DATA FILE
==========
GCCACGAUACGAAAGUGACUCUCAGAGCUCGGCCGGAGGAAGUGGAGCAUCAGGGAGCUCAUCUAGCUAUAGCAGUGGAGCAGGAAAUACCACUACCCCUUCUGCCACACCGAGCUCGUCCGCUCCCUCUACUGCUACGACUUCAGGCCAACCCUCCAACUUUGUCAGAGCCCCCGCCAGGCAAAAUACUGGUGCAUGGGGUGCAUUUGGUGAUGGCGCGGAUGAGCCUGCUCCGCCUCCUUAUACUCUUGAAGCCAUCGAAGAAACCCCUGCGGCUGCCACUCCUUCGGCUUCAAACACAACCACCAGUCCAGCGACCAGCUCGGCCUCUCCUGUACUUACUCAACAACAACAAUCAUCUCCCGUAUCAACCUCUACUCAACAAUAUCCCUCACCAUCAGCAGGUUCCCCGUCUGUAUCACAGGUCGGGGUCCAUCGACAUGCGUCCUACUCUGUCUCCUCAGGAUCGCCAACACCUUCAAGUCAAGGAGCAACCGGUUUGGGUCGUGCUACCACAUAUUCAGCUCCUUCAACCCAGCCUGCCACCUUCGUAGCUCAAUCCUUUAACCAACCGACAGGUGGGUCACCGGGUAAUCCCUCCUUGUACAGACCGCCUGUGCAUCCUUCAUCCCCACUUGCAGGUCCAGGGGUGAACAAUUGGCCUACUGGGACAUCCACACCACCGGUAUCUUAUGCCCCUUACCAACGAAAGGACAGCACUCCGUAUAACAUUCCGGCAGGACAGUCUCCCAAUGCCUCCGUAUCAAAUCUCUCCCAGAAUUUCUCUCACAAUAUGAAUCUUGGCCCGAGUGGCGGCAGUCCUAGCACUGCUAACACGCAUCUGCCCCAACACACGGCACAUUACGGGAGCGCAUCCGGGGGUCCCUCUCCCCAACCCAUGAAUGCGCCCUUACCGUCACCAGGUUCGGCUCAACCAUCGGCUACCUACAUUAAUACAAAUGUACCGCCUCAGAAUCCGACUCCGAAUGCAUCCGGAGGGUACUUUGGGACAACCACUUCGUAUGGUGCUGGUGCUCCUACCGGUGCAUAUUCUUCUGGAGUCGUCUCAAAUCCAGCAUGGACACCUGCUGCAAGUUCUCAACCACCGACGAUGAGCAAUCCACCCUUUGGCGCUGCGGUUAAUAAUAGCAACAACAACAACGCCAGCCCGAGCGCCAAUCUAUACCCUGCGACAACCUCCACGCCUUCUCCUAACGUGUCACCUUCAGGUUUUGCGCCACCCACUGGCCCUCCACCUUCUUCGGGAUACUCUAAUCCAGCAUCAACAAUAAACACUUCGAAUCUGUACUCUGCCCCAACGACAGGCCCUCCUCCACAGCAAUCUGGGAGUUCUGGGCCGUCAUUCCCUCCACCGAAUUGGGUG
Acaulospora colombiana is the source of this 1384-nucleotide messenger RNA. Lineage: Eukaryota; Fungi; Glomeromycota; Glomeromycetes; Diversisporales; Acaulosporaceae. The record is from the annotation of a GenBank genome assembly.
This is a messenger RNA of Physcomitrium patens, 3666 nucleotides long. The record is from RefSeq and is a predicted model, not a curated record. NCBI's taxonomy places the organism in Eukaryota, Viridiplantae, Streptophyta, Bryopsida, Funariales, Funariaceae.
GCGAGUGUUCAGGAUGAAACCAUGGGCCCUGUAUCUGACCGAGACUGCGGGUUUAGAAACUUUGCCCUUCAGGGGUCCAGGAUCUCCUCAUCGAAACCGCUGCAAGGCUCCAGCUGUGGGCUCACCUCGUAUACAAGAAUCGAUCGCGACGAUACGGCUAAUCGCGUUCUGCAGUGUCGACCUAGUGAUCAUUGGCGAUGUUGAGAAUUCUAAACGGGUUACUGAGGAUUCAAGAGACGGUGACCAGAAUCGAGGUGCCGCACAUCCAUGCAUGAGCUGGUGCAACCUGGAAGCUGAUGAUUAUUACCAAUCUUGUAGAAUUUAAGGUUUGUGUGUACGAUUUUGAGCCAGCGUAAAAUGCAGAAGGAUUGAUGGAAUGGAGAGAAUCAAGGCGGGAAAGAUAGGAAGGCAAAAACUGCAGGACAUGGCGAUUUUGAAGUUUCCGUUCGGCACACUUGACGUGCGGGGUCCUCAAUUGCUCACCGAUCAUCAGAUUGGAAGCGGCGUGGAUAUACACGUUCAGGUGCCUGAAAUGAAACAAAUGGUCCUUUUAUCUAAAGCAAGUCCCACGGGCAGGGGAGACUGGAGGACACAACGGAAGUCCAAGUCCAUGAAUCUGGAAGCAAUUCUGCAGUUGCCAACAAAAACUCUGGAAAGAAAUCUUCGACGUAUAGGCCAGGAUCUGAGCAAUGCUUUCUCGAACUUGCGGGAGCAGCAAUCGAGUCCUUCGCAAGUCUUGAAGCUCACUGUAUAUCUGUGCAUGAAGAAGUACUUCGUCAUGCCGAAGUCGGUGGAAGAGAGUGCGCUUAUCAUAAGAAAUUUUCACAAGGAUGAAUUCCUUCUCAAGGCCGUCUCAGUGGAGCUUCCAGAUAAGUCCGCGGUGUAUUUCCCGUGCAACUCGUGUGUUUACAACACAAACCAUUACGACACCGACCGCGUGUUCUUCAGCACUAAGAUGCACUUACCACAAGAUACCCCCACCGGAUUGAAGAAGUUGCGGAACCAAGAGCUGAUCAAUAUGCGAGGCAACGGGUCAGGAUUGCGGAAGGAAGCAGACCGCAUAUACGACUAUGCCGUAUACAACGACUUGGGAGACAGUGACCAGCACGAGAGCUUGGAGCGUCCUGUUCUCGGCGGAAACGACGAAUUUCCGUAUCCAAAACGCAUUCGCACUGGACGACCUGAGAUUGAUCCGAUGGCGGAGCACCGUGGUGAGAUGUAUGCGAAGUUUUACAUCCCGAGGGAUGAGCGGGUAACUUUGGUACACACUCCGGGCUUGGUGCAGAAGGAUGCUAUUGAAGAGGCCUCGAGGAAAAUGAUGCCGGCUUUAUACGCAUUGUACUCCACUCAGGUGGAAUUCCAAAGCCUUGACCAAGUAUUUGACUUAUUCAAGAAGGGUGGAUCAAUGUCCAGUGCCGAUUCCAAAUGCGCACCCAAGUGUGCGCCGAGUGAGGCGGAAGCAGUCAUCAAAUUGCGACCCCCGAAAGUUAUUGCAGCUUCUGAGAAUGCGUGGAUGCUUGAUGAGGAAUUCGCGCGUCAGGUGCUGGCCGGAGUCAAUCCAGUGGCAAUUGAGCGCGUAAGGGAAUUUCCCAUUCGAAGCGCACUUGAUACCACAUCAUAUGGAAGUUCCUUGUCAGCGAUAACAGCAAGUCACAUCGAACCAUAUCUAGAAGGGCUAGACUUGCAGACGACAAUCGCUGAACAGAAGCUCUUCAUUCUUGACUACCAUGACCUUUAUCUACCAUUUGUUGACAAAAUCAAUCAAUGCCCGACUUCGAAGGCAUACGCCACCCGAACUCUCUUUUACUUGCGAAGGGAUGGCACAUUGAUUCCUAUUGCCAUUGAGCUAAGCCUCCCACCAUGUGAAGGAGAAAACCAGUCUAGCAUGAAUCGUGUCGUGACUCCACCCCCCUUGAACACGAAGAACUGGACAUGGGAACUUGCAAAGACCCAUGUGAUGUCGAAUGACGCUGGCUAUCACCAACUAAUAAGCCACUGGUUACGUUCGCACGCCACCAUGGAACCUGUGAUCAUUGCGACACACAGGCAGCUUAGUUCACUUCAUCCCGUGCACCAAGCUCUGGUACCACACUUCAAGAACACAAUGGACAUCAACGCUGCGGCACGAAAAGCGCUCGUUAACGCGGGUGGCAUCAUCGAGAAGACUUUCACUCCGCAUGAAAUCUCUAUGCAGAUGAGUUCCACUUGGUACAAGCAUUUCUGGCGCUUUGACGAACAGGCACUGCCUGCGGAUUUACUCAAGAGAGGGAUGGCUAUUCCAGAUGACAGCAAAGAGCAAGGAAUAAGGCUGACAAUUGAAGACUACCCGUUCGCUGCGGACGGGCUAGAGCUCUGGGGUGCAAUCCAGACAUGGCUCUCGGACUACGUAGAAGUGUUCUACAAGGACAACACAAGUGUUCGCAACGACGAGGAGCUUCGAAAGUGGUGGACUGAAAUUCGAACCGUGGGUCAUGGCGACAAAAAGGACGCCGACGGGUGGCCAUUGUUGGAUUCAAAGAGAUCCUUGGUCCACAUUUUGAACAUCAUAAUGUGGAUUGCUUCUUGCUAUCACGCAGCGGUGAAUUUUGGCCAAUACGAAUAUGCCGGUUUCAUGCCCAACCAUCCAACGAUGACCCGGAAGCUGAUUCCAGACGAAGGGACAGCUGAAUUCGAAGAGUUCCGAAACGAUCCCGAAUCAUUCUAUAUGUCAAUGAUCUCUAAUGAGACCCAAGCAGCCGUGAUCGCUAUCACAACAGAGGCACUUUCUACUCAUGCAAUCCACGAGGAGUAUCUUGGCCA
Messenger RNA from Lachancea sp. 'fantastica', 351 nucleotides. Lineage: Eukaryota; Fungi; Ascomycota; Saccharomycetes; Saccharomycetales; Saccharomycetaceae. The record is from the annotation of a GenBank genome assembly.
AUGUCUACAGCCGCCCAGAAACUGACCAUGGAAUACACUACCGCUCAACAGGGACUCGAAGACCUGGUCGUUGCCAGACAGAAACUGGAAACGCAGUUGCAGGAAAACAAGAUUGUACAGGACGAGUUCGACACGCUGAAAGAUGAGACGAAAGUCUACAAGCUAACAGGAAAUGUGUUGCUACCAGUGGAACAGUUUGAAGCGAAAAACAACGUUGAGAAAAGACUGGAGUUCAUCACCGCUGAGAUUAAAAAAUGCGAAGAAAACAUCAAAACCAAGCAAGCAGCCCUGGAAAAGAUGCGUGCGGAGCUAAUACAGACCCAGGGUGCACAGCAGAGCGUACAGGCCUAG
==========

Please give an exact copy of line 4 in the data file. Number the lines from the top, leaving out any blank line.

GCGAGUGUUCAGGAUGAAACCAUGGGCCCUGUAUCUGACCGAGACUGCGGGUUUAGAAACUUUGCCCUUCAGGGGUCCAGGAUCUCCUCAUCGAAACCGCUGCAAGGCUCCAGCUGUGGGCUCACCUCGUAUACAAGAAUCGAUCGCGACGAUACGGCUAAUCGCGUUCUGCAGUGUCGACCUAGUGAUCAUUGGCGAUGUUGAGAAUUCUAAACGGGUUACUGAGGAUUCAAGAGACGGUGACCAGAAUCGAGGUGCCGCACAUCCAUGCAUGAGCUGGUGCAACCUGGAAGCUGAUGAUUAUUACCAAUCUUGUAGAAUUUAAGGUUUGUGUGUACGAUUUUGAGCCAGCGUAAAAUGCAGAAGGAUUGAUGGAAUGGAGAGAAUCAAGGCGGGAAAGAUAGGAAGGCAAAAACUGCAGGACAUGGCGAUUUUGAAGUUUCCGUUCGGCACACUUGACGUGCGGGGUCCUCAAUUGCUCACCGAUCAUCAGAUUGGAAGCGGCGUGGAUAUACACGUUCAGGUGCCUGAAAUGAAACAAAUGGUCCUUUUAUCUAAAGCAAGUCCCACGGGCAGGGGAGACUGGAGGACACAACGGAAGUCCAAGUCCAUGAAUCUGGAAGCAAUUCUGCAGUUGCCAACAAAAACUCUGGAAAGAAAUCUUCGACGUAUAGGCCAGGAUCUGAGCAAUGCUUUCUCGAACUUGCGGGAGCAGCAAUCGAGUCCUUCGCAAGUCUUGAAGCUCACUGUAUAUCUGUGCAUGAAGAAGUACUUCGUCAUGCCGAAGUCGGUGGAAGAGAGUGCGCUUAUCAUAAGAAAUUUUCACAAGGAUGAAUUCCUUCUCAAGGCCGUCUCAGUGGAGCUUCCAGAUAAGUCCGCGGUGUAUUUCCCGUGCAACUCGUGUGUUUACAACACAAACCAUUACGACACCGACCGCGUGUUCUUCAGCACUAAGAUGCACUUACCACAAGAUACCCCCACCGGAUUGAAGAAGUUGCGGAACCAAGAGCUGAUCAAUAUGCGAGGCAACGGGUCAGGAUUGCGGAAGGAAGCAGACCGCAUAUACGACUAUGCCGUAUACAACGACUUGGGAGACAGUGACCAGCACGAGAGCUUGGAGCGUCCUGUUCUCGGCGGAAACGACGAAUUUCCGUAUCCAAAACGCAUUCGCACUGGACGACCUGAGAUUGAUCCGAUGGCGGAGCACCGUGGUGAGAUGUAUGCGAAGUUUUACAUCCCGAGGGAUGAGCGGGUAACUUUGGUACACACUCCGGGCUUGGUGCAGAAGGAUGCUAUUGAAGAGGCCUCGAGGAAAAUGAUGCCGGCUUUAUACGCAUUGUACUCCACUCAGGUGGAAUUCCAAAGCCUUGACCAAGUAUUUGACUUAUUCAAGAAGGGUGGAUCAAUGUCCAGUGCCGAUUCCAAAUGCGCACCCAAGUGUGCGCCGAGUGAGGCGGAAGCAGUCAUCAAAUUGCGACCCCCGAAAGUUAUUGCAGCUUCUGAGAAUGCGUGGAUGCUUGAUGAGGAAUUCGCGCGUCAGGUGCUGGCCGGAGUCAAUCCAGUGGCAAUUGAGCGCGUAAGGGAAUUUCCCAUUCGAAGCGCACUUGAUACCACAUCAUAUGGAAGUUCCUUGUCAGCGAUAACAGCAAGUCACAUCGAACCAUAUCUAGAAGGGCUAGACUUGCAGACGACAAUCGCUGAACAGAAGCUCUUCAUUCUUGACUACCAUGACCUUUAUCUACCAUUUGUUGACAAAAUCAAUCAAUGCCCGACUUCGAAGGCAUACGCCACCCGAACUCUCUUUUACUUGCGAAGGGAUGGCACAUUGAUUCCUAUUGCCAUUGAGCUAAGCCUCCCACCAUGUGAAGGAGAAAACCAGUCUAGCAUGAAUCGUGUCGUGACUCCACCCCCCUUGAACACGAAGAACUGGACAUGGGAACUUGCAAAGACCCAUGUGAUGUCGAAUGACGCUGGCUAUCACCAACUAAUAAGCCACUGGUUACGUUCGCACGCCACCAUGGAACCUGUGAUCAUUGCGACACACAGGCAGCUUAGUUCACUUCAUCCCGUGCACCAAGCUCUGGUACCACACUUCAAGAACACAAUGGACAUCAACGCUGCGGCACGAAAAGCGCUCGUUAACGCGGGUGGCAUCAUCGAGAAGACUUUCACUCCGCAUGAAAUCUCUAUGCAGAUGAGUUCCACUUGGUACAAGCAUUUCUGGCGCUUUGACGAACAGGCACUGCCUGCGGAUUUACUCAAGAGAGGGAUGGCUAUUCCAGAUGACAGCAAAGAGCAAGGAAUAAGGCUGACAAUUGAAGACUACCCGUUCGCUGCGGACGGGCUAGAGCUCUGGGGUGCAAUCCAGACAUGGCUCUCGGACUACGUAGAAGUGUUCUACAAGGACAACACAAGUGUUCGCAACGACGAGGAGCUUCGAAAGUGGUGGACUGAAAUUCGAACCGUGGGUCAUGGCGACAAAAAGGACGCCGACGGGUGGCCAUUGUUGGAUUCAAAGAGAUCCUUGGUCCACAUUUUGAACAUCAUAAUGUGGAUUGCUUCUUGCUAUCACGCAGCGGUGAAUUUUGGCCAAUACGAAUAUGCCGGUUUCAUGCCCAACCAUCCAACGAUGACCCGGAAGCUGAUUCCAGACGAAGGGACAGCUGAAUUCGAAGAGUUCCGAAACGAUCCCGAAUCAUUCUAUAUGUCAAUGAUCUCUAAUGAGACCCAAGCAGCCGUGAUCGCUAUCACAACAGAGGCACUUUCUACUCAUGCAAUCCACGAGGAGUAUCUUGGCCA